Things to Know About the Prime Central Housing Market

London property prices are booming and despite fears of a housing crash in the capital, the market is still healthy. However, new statistics suggest that the prime central London sales market had a slightly slower year in 2015. Expensive properties that exceed £1 million decreased at the end of last year, while houses that have a value of more than £5 million saw an even bigger drop. Here are a couple of facts you need to know about the London market:

1. Expensive properties in London fell for the first time in years during 2015.  Some stats illustrate the current climate of the London housing market. According to LonRes, prices fell by -0.4 percent during the fourth quarter of 2015. Although homes that sold for less than £1 million continued to soar, rising a hefty 7.8 percent during the course of a year, there were concerns about whether London’s property boom was beginning to show signs of fatigue. The most expensive properties in London (those which have a value of at least £5 million) fell even further, decreasing by -8.6 percent during the year. Meanwhile, there were fewer transactions recorded in the final three months of 2015 than the same period in 2014.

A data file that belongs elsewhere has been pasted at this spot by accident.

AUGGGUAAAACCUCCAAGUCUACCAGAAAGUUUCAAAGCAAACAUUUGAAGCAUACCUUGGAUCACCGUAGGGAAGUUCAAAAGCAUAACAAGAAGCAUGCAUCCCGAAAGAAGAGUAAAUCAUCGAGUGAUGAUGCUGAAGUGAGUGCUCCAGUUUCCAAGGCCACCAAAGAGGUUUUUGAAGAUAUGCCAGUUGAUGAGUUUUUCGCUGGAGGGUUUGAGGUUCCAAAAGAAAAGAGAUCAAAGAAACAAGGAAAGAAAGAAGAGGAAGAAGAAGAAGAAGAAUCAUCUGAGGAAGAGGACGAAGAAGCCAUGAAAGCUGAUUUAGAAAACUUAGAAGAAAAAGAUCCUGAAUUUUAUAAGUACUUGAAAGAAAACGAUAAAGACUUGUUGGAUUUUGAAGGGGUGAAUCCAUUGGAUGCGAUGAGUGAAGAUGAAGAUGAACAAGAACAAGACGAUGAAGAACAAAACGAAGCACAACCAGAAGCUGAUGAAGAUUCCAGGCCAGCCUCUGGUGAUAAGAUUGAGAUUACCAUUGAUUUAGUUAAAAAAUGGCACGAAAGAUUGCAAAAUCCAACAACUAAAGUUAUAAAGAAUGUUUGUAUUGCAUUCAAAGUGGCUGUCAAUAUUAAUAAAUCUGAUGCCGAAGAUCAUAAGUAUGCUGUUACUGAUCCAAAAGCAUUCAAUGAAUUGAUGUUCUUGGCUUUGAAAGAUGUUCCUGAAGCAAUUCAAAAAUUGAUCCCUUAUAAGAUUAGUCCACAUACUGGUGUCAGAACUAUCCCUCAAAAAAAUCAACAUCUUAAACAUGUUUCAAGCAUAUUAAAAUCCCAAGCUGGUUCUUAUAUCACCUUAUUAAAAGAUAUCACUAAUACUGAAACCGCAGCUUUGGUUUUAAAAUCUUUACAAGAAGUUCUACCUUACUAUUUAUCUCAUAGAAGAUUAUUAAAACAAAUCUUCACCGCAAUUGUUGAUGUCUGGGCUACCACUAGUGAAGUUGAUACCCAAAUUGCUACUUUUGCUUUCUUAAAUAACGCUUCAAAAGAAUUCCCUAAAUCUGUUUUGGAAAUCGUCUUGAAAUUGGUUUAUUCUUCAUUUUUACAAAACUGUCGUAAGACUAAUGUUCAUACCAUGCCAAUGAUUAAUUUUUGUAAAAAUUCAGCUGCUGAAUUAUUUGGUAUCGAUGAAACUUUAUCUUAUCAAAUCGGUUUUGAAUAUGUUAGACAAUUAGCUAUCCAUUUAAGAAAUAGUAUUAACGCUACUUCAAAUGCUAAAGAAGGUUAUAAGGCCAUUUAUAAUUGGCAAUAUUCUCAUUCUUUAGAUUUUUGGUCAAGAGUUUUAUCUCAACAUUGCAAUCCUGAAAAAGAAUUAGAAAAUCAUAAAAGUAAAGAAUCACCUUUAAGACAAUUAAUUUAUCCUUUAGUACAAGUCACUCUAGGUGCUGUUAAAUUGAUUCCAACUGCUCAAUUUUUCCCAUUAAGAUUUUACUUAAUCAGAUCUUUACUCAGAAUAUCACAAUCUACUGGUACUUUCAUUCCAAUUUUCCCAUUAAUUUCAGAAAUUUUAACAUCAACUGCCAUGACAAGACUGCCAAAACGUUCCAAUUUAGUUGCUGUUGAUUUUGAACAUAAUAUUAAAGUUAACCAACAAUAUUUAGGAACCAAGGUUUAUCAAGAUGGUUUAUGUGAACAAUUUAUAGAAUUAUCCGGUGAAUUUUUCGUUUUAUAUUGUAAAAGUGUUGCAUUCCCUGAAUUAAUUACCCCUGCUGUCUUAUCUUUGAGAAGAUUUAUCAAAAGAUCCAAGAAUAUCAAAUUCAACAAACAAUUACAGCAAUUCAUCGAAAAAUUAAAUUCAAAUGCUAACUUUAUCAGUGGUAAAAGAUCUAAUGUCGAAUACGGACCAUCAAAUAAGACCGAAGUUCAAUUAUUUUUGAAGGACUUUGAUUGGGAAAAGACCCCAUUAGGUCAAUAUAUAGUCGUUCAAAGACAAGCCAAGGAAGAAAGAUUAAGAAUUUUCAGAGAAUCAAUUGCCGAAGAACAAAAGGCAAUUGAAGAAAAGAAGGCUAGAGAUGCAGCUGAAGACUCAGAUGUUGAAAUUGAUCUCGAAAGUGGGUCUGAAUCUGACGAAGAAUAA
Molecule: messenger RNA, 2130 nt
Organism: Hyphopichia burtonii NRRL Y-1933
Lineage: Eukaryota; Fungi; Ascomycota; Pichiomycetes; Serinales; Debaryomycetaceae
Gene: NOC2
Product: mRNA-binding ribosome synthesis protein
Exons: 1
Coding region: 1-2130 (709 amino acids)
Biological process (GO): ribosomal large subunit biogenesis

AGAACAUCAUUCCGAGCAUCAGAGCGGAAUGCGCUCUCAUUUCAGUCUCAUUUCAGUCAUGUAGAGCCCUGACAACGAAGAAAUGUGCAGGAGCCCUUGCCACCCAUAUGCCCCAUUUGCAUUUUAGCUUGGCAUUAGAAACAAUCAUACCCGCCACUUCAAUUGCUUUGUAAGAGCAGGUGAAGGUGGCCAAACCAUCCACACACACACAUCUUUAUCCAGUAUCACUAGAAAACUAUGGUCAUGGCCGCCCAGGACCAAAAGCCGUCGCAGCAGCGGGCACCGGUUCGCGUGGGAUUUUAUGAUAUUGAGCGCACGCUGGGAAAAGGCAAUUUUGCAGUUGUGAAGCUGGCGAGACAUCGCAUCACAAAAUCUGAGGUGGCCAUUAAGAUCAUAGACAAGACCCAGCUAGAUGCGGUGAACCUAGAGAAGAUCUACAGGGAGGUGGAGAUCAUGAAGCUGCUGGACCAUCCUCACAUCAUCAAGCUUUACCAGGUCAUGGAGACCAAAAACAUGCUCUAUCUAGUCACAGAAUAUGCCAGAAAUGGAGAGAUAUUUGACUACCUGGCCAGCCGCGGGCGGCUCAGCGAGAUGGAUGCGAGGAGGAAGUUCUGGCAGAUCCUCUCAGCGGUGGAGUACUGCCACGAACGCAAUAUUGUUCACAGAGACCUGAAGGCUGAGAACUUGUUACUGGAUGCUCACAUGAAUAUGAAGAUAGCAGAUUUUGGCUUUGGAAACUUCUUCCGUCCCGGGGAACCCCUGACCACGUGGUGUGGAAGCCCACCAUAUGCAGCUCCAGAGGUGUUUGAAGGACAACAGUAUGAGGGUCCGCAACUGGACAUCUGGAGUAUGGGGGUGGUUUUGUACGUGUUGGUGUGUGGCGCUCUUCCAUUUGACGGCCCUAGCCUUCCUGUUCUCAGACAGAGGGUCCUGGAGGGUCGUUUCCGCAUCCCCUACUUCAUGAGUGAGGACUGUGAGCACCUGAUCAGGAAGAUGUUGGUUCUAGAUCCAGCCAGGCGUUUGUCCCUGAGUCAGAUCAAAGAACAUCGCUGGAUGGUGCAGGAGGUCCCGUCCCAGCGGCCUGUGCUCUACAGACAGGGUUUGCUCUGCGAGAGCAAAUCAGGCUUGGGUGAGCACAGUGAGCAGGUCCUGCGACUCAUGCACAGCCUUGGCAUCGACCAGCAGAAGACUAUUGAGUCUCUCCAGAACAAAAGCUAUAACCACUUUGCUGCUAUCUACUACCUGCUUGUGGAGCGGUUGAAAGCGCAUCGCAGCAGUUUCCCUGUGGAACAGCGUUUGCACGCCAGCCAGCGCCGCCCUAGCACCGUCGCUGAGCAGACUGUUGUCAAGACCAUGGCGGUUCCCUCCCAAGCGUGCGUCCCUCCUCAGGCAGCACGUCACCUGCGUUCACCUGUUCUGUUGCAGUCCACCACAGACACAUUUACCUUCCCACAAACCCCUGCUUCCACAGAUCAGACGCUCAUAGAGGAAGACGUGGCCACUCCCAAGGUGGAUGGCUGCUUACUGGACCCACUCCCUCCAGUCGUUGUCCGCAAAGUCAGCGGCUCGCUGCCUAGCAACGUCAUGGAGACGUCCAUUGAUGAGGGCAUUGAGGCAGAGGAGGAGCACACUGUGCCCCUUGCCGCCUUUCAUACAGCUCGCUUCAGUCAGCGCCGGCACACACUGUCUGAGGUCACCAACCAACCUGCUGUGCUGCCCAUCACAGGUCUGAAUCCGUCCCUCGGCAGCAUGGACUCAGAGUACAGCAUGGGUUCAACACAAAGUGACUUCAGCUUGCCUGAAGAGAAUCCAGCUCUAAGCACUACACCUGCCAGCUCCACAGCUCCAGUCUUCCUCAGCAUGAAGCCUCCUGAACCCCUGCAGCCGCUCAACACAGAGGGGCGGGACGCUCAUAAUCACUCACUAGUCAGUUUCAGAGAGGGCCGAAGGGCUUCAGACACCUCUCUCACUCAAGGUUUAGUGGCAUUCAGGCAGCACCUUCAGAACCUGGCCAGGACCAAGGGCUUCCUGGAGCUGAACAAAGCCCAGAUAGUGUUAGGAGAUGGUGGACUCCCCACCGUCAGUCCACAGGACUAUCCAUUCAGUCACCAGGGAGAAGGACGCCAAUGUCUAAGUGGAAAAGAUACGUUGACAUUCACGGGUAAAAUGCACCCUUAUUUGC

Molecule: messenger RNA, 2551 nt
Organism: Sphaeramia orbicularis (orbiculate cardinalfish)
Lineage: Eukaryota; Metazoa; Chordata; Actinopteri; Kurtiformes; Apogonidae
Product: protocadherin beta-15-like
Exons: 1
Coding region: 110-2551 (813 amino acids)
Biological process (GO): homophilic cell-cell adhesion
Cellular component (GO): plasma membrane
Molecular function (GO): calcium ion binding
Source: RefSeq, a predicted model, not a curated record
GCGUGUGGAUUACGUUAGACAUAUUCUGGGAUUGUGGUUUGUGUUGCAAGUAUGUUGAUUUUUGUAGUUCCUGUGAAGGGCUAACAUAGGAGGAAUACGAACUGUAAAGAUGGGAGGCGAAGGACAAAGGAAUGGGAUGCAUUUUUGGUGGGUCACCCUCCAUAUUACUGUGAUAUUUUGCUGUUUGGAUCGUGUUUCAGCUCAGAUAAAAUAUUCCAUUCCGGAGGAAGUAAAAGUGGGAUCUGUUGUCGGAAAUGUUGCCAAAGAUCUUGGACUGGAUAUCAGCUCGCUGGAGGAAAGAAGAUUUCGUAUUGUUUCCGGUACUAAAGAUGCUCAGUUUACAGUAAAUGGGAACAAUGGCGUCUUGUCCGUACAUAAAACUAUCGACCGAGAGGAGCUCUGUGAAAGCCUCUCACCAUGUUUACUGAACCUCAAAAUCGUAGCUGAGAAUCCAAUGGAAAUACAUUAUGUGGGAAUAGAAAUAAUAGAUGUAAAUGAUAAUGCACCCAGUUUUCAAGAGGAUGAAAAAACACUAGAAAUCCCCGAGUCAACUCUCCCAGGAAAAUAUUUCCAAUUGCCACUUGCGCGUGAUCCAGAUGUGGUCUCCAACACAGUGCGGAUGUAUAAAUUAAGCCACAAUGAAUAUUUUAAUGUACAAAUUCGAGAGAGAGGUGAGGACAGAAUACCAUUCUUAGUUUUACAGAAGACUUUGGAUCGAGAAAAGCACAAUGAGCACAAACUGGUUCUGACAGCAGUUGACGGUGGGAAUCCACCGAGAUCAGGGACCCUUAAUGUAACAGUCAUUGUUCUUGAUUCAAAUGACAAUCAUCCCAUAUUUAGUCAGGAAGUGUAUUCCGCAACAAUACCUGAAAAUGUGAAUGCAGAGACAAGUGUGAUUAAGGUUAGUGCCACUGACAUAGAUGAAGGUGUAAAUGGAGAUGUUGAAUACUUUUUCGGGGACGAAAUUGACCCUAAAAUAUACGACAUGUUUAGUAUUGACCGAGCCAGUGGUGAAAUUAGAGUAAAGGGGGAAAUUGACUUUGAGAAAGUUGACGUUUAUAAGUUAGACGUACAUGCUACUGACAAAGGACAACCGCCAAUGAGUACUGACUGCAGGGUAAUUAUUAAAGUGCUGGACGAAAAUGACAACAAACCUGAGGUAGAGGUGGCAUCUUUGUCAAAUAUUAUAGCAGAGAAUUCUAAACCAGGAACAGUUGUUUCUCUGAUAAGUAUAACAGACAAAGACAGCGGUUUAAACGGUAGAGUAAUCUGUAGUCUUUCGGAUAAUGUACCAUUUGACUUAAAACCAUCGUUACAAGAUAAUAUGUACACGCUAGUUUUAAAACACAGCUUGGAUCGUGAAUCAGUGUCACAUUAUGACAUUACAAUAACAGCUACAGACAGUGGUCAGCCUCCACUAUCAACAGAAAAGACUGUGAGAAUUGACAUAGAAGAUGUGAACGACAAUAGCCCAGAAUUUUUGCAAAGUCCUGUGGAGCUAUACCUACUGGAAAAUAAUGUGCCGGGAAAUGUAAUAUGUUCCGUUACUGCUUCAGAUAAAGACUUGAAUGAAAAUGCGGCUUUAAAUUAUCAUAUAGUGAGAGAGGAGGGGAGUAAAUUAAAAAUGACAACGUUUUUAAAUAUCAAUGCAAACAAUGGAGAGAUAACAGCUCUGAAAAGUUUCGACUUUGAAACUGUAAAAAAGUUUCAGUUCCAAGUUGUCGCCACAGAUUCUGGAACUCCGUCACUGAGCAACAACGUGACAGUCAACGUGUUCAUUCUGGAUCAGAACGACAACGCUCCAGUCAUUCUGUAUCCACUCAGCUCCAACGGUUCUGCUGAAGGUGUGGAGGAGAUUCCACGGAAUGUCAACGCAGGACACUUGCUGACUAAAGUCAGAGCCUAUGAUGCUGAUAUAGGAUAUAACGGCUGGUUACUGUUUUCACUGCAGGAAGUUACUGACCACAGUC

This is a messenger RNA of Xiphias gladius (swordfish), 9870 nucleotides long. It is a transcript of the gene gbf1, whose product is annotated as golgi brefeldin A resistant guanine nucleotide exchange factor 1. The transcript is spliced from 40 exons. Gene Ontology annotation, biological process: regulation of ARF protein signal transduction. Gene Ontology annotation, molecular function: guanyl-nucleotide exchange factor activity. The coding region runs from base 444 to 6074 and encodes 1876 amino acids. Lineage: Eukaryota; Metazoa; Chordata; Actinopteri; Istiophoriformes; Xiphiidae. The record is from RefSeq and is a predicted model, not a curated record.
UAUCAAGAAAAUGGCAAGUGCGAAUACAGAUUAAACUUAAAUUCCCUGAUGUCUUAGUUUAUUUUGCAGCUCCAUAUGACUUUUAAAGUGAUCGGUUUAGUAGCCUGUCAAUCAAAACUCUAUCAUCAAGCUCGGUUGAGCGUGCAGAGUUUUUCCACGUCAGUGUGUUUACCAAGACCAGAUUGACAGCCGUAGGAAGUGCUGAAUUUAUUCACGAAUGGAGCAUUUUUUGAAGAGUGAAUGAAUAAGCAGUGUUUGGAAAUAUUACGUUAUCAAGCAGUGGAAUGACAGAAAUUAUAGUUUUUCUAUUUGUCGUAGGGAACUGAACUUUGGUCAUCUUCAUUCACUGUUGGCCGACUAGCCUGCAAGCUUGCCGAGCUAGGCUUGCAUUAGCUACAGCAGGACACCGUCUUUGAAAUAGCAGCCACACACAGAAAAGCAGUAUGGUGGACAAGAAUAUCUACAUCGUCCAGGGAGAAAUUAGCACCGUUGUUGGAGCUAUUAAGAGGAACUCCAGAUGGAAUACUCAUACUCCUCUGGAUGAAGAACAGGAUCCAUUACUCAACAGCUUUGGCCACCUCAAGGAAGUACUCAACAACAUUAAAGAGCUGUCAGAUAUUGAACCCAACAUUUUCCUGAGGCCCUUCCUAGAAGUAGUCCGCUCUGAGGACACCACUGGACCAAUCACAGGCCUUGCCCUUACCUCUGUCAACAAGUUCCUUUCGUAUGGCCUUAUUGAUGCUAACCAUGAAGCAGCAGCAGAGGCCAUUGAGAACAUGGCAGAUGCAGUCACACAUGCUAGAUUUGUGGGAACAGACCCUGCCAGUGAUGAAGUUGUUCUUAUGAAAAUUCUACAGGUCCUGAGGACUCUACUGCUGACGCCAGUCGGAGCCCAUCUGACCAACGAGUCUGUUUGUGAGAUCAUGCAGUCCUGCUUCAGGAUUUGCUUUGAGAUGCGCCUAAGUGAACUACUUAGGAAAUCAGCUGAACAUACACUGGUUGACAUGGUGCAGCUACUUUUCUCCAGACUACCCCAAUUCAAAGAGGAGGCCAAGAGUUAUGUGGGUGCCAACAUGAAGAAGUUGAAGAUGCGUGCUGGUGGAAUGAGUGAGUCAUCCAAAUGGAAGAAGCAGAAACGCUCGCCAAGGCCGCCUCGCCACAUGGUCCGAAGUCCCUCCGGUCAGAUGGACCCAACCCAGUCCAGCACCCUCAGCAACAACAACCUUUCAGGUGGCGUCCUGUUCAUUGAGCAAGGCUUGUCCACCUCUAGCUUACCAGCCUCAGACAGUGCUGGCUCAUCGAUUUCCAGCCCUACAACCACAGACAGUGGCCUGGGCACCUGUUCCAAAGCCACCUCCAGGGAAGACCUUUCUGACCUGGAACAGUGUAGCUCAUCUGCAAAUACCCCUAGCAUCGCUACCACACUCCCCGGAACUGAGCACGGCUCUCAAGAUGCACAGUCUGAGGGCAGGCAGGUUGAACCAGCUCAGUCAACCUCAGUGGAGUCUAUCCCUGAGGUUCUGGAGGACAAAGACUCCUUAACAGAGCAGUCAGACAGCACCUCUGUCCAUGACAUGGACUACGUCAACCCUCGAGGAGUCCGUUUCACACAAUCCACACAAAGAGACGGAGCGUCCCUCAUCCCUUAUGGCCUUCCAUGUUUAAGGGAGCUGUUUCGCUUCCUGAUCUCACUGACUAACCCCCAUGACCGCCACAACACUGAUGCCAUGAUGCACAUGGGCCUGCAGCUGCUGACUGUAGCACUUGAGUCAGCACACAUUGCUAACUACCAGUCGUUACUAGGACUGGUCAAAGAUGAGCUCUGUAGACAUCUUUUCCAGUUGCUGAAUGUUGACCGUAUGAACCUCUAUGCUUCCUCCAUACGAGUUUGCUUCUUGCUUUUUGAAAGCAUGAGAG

2. Market conditions and the value of sterling had an effect on property prices in the capital.  Duty reform at the end of 2014 saw the cost of property in the upper thresholds skyrocket, which affected demand for houses in the capital. This, alongside other price increases in the economy and the value of pound sterling, saw the London housing market slump for the first time in years. When the Conservative government was elected in May 2015, things looked bright;  plans for a mansion tax – one of Labour’s policies – were quickly forgotten when David Cameron won a majority in the House of Commons. However, prices in some parts of the capital stalled, leading some to question the future of the housing market. Other political factors could come into play that could influence the future of the property market in London. The EU referendum, which takes place next month, could lead to a “see-saw” effect, according to some housing experts which could weaken prices further.

It’s not all doom and gloom though – properties in the capital still have a higher price tag than anywhere else in the United Kingdom, and as foreign investors continue to buy property in the Big Smoke, homeowners and developers can still make a small fortune. Whether the price drops for homes that exceed £1 million will reverse – well we’ll have to wait and see. The prime central London residential market is still one of the strongest in Europe and the drops experienced at the end of 2015 could just be a minor blip.primepic

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